Attendance Rates "Strong" in Cleveland Public Schools
Cleveland public school students enjoyed a day in street clothes instead of uniforms Tuesday. It was CEO Eric Gordon’s way of encouraging kids to attend school the day before the Thanksgiving break – a typically low attendance day. Ideastream’s Annie Wu reports he also wanted to congratulate the students for improved attendance rates so far this year.
Overall attendance at Cleveland public schools is at more than 92%, that’s up almost 3% compared to last year. Cleveland School Superintendent Eric Gordon says there’s a whole host of reasons why kids miss school.
"It ranges from things like one sibling being responsible for getting another child to school, students who don’t have the proper uniform and therefore don’t come to school, students who have transportation issues. There’s also the age-old truancy that some kids go in the front door and out the back."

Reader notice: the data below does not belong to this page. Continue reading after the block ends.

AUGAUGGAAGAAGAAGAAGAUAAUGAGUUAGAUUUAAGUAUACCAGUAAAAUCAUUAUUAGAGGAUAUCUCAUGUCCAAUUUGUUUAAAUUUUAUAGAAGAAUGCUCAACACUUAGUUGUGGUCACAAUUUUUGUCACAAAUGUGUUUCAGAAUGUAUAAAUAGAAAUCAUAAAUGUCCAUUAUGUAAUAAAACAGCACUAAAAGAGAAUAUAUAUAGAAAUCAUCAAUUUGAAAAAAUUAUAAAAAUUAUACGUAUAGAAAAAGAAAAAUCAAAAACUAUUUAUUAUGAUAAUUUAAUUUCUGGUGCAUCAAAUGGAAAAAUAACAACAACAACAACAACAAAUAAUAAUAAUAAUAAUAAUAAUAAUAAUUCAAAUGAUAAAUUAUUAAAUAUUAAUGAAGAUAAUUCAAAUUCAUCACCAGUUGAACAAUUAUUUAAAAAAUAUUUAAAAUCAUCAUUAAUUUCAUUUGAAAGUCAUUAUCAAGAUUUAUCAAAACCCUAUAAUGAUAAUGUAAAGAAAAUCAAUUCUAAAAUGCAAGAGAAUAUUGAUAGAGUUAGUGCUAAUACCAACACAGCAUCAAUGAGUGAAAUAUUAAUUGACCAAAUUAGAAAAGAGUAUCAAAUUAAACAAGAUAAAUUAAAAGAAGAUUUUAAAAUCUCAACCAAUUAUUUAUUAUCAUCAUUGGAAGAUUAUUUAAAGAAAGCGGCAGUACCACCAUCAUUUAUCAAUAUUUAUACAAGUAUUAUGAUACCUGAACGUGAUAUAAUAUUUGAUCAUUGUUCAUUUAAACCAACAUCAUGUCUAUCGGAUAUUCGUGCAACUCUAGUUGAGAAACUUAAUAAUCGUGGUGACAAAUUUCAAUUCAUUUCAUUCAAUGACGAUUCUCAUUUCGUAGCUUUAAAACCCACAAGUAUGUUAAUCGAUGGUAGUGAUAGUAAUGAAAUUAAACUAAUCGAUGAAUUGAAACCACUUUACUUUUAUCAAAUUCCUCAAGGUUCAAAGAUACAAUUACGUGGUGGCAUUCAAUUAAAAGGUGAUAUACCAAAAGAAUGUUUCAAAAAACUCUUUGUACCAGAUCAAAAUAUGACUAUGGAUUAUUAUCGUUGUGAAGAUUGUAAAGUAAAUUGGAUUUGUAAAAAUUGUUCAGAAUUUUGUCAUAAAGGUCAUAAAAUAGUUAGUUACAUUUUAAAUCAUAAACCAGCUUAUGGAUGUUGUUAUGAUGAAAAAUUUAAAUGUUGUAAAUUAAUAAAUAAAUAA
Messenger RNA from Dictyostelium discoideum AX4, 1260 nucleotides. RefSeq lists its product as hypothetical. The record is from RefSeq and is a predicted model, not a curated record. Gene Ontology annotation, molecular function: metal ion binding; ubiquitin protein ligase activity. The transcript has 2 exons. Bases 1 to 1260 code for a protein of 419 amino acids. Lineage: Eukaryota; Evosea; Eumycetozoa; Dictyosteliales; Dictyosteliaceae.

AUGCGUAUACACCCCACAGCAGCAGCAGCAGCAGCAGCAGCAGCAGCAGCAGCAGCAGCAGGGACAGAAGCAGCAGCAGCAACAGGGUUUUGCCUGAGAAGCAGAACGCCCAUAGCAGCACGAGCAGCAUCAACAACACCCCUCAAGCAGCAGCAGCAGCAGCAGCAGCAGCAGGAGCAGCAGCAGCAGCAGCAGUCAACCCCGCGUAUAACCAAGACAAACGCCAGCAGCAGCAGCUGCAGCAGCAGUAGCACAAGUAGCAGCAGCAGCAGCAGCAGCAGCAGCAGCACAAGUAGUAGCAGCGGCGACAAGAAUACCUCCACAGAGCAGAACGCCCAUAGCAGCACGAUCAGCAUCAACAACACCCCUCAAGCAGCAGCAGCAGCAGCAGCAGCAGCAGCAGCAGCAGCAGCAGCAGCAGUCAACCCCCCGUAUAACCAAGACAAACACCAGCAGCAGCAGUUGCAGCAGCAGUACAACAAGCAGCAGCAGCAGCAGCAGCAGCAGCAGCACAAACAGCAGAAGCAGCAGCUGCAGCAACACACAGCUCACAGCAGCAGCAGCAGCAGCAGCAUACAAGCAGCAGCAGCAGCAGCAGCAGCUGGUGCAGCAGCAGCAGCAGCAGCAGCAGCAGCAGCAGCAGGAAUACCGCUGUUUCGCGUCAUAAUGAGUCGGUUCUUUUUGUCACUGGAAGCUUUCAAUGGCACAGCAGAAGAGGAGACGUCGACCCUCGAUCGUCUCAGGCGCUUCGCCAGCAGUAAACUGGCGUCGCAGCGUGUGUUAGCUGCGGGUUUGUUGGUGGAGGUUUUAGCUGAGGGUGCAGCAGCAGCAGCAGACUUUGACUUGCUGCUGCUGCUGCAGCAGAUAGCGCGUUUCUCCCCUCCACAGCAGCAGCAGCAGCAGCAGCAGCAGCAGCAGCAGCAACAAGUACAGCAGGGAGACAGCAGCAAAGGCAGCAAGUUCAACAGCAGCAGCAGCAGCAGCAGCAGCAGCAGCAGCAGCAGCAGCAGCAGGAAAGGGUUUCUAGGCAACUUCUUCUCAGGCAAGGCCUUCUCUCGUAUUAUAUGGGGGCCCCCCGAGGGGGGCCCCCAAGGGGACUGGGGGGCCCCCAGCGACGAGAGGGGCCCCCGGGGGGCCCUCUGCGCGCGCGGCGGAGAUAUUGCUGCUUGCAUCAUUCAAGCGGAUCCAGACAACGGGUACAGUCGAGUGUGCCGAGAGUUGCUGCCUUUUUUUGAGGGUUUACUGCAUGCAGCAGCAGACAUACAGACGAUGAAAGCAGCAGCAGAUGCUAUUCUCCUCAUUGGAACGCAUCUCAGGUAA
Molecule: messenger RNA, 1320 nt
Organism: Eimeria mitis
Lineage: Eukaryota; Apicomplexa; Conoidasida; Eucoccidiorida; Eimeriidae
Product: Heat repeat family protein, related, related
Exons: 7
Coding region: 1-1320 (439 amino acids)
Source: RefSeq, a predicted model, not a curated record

He says being absent more than 10 days a year can affect test scores and the likelihood of graduating. As part of the district’s “Get to School, You Can Make It” campaign, Gordon posted an “at-10-dance” video of himself earlier this year re-creating a scene from the movie “Hitch.”
"So, we thought, what if we just stopped at 10 o’clock for a hot minute and drew attention to this?"
(music) If that’s not working, hit ‘em with this. Ok this video’s not serious, but your attendance is…
And yesterday was the first of a series of incentive days offering kids the chance to win pizza parties, board games and prom tickets for going to school on typically low attendance days. The district expects more of those as the snow season begins. But Gordon says they’ve also tried to reach out to adults.
"Every Tuesday & Thursday we run a phone bank and call families to make sure that they are aware that their children aren’t in school and to problem solve the reasons for it. Door knocking campaigns where we go door to door and talk to families personally and try to solve problems that way."
Gordon says, so far attendance rates are strong in five of the six grades targeted in the “Get to School” campaign.